The bakery still makes them and about two weeks ago my grandma told me she decided to take a chance on it.

"Avivitcha, I go Kaufman's you know for the homentaschen. I know you like. So we go me and you mama. I stay in car because my back so hurt. Before she go in I tell her, ok go buy one. We try and if we like we buy more. And you know whats happen? She buy eight! Eight for me eight for her! She's a crazy! I ask her are you crazy?"

"Well you know how mom buys. Were they good?" I was excited....

"Oh Avivtchka. No. Terrible vas. I no know how they selling this. Not vas homentaschen vas more like a challah with little bit jelly in middle. Terrible. If vas good I send you. I can't belief she buy me eight! We try but end up garbage. She buy me rolls but also garbage going."

This is a very serious insult to this bakery. My grandmother does not throw away food. When she was a child she was starving. The value of food is something entirely different to her then most of us. Once when I was little I saw her cry because she had some bread that grew mold. She kissed it before she put it in the garbage and I had to go ask my mom why she did that. For her to say she put rolls and sweets in the garbage was shocking.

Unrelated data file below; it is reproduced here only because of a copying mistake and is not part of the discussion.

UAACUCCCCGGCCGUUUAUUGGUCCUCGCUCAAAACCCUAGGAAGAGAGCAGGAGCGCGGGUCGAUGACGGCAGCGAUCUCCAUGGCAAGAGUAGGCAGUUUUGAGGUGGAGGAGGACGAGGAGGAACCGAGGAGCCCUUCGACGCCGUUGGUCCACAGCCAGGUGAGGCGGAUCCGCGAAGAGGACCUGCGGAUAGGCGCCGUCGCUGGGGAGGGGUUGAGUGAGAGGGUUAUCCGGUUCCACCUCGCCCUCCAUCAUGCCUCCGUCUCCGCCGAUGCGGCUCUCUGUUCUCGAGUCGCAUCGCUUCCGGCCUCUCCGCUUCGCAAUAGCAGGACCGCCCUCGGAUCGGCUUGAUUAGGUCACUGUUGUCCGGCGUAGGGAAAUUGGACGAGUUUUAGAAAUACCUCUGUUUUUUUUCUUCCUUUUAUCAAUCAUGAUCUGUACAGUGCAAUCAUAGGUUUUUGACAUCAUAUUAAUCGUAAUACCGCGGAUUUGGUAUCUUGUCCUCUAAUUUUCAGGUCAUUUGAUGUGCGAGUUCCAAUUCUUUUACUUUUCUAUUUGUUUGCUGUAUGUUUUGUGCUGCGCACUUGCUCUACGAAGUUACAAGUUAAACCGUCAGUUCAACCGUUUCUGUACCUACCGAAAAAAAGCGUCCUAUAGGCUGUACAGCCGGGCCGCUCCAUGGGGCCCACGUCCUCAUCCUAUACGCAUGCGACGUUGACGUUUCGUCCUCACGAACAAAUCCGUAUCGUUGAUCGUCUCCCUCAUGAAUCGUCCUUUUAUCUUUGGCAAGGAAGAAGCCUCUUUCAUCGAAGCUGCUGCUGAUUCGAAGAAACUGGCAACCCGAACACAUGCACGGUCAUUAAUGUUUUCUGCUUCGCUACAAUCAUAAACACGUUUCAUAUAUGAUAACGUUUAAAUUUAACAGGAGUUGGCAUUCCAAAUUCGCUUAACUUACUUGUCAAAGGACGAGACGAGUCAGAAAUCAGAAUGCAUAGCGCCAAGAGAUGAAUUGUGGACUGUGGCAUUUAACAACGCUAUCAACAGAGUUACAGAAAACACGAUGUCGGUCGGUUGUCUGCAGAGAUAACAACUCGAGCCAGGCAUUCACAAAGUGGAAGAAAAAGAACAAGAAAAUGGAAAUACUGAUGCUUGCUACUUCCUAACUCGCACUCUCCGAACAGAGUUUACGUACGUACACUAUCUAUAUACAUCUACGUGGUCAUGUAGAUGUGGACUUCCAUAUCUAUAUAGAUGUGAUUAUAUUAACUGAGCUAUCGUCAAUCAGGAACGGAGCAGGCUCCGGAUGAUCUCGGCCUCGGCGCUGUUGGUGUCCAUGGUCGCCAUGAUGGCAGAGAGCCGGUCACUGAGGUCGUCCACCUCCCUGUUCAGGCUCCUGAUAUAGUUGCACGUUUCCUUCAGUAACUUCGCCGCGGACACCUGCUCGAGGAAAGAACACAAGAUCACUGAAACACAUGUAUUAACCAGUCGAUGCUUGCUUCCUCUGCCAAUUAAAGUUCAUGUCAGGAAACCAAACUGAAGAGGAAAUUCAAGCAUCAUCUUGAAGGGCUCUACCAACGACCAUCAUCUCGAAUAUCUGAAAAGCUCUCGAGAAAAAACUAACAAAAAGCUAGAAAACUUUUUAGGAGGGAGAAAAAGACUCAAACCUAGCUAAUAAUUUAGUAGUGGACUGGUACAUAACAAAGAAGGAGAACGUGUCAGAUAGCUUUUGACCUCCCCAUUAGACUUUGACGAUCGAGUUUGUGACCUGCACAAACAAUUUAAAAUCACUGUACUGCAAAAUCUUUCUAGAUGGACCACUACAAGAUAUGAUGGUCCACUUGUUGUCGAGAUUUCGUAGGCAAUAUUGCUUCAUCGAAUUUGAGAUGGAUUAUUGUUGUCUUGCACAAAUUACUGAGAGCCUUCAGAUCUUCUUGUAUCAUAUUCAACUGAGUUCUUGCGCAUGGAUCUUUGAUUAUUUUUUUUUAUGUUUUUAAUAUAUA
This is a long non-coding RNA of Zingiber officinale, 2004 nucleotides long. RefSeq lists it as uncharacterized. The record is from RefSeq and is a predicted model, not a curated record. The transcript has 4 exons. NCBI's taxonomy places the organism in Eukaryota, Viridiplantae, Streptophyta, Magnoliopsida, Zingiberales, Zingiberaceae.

I asked her if she knew how to make the homentaschen and she said that she didn't remember. I get this a lot. I think she might know how to do it but gets confused. She started telling me and then realized that she was talking about kolatchke, which is her favorite cookie. this type of homentaschen requires a yeast dough and it has to be sweet. I'm still searching for a recipe resembling this. Even if she remembers it's exhausting for her to be in the kitchen and it frustrates her that she has lost so much memory. When I asked her a few questions about it she gave up on the idea altogether.

"Avivtichka. You no have time spend in kitchen. You be stuck zhere. Your back will hurt like me and you no have time to go enjoy. You listen Grandma. You go paint nails. You do hair nice. Men no like when mess have hair. You look nice then you go out. Men take you out. You see."